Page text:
A wonderful portrait by Sarah J. Eddy has found a home back in Portsmouth. Newporter John Peixinho won the portrait at an auction and generously donated it to the Portsmouth Historical Society. Sarah painted the portraits of famous Americans such as Susan B. Anthony and Frederick Douglass, but she also painted (or photographed) the images of local Portsmouth people.

Fannie Scott by Sarah Eddy

We had a mystery to solve. Who was this lovely lady in the portrait and what relationship did she have with Sarah Eddy? There were some clues. Carved in the frame was “Portsmouth” and “1920.” The name of the subject was hard to read. Curator’s committee member Marjorie Webster thought the first name might be “Fannie” and the last name may have included the letters “ott.” Marge was almost sure it was “Fannie Scott,” a black woman in our community that would have been about seventy at the date of the portrait. That name sounded familiar. In researching the black community in Portsmouth, I had come across a “Fannie Scott.”

Who was Fannie? Her 1926 obituary in the Newport Daily News provided a wealth of clues. Around 1870 Joseph Macomber brought a group of sixteen former slaves from Virginia to Portsmouth. Fannie Edna Brent came as a young woman. Her sister, Matilda Ayler came with her husband and children as well. They became a well known farming family in the “Cozy Corners” area of Portsmouth around Turnpike Avenue and East Main Road. Fannie lived with the Ayler household and eventually married another of Macomber’s group, Robert Scott. Robert was twenty years older than Fannie.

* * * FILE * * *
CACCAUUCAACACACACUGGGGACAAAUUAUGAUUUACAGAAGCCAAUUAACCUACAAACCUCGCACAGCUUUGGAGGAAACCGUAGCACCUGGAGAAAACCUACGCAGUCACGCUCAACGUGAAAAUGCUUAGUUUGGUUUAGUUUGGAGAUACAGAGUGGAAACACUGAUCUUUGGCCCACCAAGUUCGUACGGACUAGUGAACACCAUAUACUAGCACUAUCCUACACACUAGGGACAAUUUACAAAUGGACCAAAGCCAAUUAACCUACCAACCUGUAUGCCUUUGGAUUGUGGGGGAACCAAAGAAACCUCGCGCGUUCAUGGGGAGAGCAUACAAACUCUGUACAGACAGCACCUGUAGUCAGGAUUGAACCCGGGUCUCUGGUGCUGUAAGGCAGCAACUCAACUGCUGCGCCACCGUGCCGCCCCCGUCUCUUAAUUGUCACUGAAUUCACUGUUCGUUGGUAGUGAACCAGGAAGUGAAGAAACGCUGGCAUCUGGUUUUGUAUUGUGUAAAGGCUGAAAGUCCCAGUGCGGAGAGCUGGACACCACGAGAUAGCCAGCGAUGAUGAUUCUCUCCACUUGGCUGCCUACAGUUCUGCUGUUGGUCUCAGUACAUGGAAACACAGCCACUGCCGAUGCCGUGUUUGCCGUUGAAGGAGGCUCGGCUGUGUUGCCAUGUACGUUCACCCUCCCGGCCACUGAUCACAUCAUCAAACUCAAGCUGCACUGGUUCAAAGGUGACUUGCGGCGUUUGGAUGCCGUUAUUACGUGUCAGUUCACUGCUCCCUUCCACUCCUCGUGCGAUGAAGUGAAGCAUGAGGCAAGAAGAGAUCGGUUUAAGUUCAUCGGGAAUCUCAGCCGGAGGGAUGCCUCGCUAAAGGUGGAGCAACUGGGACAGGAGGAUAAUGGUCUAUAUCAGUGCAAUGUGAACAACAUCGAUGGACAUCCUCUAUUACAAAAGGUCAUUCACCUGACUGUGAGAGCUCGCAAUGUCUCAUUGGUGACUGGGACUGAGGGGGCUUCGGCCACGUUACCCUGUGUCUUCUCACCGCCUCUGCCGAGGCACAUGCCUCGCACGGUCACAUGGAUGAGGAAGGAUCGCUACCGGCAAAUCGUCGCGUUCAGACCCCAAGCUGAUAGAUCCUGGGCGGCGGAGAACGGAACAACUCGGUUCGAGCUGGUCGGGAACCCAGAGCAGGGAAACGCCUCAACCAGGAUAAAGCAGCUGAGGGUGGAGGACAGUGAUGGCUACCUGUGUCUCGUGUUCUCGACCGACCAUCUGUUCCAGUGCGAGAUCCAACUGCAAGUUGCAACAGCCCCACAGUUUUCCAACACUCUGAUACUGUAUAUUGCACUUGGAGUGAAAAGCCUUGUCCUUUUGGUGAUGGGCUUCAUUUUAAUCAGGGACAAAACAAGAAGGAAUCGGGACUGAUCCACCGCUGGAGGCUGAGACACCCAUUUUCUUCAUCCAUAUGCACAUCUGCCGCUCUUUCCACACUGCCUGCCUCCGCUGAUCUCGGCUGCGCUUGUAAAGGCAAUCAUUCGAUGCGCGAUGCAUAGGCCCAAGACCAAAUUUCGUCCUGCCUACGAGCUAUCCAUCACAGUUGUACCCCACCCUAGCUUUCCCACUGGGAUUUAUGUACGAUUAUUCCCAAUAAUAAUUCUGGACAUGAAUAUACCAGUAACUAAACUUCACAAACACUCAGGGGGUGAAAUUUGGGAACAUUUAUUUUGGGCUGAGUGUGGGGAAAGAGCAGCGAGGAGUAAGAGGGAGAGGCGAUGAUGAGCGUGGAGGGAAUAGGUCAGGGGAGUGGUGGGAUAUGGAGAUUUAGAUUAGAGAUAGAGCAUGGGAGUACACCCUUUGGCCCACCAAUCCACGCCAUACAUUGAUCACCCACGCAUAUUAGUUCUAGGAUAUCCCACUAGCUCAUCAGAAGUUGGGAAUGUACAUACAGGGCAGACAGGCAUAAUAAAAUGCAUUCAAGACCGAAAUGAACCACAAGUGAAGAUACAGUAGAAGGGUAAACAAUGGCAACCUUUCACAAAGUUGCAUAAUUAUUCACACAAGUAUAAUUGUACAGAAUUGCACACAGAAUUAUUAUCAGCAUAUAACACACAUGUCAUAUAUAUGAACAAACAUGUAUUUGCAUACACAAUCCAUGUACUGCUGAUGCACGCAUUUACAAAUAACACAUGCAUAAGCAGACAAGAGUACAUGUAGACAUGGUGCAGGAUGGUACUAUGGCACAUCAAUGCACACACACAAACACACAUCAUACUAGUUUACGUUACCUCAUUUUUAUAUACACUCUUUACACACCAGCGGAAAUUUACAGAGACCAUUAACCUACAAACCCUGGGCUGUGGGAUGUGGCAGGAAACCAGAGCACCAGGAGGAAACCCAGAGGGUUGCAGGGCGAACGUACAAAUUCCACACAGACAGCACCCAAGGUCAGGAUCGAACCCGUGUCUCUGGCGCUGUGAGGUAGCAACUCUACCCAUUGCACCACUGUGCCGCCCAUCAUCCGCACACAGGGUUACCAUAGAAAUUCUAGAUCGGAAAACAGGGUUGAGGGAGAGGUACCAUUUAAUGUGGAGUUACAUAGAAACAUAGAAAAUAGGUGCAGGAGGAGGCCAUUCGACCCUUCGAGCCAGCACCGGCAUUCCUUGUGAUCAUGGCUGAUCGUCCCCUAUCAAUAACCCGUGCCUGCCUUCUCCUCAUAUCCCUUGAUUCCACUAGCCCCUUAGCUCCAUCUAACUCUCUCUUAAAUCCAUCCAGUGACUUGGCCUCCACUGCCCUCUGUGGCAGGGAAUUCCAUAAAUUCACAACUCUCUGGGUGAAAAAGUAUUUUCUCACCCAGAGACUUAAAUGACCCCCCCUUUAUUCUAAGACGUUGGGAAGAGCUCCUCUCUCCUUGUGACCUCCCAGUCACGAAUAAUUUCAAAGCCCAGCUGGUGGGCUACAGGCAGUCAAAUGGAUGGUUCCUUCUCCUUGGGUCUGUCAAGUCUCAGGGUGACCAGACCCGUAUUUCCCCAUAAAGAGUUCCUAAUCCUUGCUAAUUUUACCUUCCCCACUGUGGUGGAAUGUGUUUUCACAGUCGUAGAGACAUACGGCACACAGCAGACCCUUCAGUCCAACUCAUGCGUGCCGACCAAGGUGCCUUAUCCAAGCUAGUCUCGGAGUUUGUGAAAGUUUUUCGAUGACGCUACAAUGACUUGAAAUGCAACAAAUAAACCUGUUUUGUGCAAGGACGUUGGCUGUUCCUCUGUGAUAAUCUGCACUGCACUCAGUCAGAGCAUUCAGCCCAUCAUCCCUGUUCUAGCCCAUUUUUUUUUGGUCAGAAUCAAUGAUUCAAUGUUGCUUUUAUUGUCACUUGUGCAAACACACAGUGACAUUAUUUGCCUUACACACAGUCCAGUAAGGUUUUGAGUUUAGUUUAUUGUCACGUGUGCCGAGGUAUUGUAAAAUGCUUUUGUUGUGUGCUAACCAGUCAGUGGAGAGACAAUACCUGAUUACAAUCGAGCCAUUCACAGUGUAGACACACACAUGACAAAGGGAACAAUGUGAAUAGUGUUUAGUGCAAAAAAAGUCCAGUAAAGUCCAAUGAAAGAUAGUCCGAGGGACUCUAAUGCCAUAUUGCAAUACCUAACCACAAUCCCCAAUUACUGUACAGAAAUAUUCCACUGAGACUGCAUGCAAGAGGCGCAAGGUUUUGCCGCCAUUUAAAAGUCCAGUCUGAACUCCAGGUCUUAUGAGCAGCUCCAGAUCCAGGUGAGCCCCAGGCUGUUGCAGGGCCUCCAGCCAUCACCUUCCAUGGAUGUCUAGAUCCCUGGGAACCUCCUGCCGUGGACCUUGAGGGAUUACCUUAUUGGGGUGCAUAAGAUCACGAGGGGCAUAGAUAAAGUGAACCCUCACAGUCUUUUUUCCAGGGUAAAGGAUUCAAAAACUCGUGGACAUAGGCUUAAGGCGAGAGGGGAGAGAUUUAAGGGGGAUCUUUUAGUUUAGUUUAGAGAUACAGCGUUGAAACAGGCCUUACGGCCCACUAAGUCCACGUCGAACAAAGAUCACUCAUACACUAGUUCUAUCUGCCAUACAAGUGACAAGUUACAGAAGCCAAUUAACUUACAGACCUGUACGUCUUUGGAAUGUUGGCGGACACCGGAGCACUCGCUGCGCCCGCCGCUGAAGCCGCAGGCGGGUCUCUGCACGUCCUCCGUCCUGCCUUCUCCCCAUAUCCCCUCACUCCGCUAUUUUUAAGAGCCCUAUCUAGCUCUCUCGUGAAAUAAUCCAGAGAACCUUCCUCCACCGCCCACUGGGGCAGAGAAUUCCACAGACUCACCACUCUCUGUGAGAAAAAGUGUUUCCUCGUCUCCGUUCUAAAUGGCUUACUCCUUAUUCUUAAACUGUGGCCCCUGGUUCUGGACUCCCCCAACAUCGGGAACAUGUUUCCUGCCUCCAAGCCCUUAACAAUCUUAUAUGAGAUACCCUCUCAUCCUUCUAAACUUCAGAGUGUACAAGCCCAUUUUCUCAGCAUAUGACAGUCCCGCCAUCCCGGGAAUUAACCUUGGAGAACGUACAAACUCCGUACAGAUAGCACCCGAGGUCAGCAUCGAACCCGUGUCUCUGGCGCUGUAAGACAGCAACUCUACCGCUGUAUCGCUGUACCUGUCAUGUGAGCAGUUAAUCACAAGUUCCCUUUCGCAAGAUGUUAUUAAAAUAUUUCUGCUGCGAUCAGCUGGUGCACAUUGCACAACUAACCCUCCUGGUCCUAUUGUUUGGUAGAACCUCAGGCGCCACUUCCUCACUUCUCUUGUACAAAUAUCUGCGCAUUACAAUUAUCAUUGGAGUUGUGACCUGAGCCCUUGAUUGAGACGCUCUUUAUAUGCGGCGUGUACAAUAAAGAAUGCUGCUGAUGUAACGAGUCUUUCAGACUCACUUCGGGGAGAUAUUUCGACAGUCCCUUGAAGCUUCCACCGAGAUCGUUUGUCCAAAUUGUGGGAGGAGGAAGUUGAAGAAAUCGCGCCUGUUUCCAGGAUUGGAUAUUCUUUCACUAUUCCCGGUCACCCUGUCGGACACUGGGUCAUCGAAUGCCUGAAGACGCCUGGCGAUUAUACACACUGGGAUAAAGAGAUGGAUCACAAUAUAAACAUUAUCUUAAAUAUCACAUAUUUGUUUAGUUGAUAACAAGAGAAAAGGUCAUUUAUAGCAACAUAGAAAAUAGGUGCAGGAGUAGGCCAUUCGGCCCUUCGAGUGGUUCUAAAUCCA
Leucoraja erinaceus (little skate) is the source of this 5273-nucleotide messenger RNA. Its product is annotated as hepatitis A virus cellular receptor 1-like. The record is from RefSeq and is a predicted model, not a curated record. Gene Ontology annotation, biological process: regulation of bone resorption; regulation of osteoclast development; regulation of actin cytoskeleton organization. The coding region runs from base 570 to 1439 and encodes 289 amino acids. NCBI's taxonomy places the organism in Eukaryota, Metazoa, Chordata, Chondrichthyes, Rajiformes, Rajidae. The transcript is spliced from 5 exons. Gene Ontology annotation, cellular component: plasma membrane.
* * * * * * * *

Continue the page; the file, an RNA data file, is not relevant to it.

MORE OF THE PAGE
Newspaper accounts show Fannie as active in the Friends Church. She was part of the Women’s Foreign Missionary Society in 1913 and helped cater a special dinner for service members in 1917. When her husband died in 1914, she went to live with family members at the Ayler home. Her obituary, however, shows that she spent her last days at the Home for Aged Colored People in Providence. Portsmouth Friends minister Elizabeth Trout, conducted the funeral services there and then she was buried next to her husband at the Portsmouth Friends Cemetery.

How did Sarah Eddy come to paint a portrait of Fannie? We can only guess. Sarah had a long term relationship with the Home for Aged Colored People in Providence. Every year for almost 40 years she hosted an outing at her home on Bristol Ferry Road. The elder citizens were served chowder, doughnuts, ice cream and tea. There was a short program with some speeches and singing. There were always other guests along with the members of the Home. I imagine that as a member of Portsmouth’s black community Fannie may have been one of the guests even before she came as a resident of the Home. Fannie’s grand-niece Alice Ayler Morris often sang at events at Sarah’s home.

Sarah Eddy always gave her photographs, paintings and sculptures away as gifts. She never sold any of them. She gave them as prizes, as donations for charity auctions and as gifts to the families in our community. We will treasure the gift of the portrait of Fannie Brent Scott.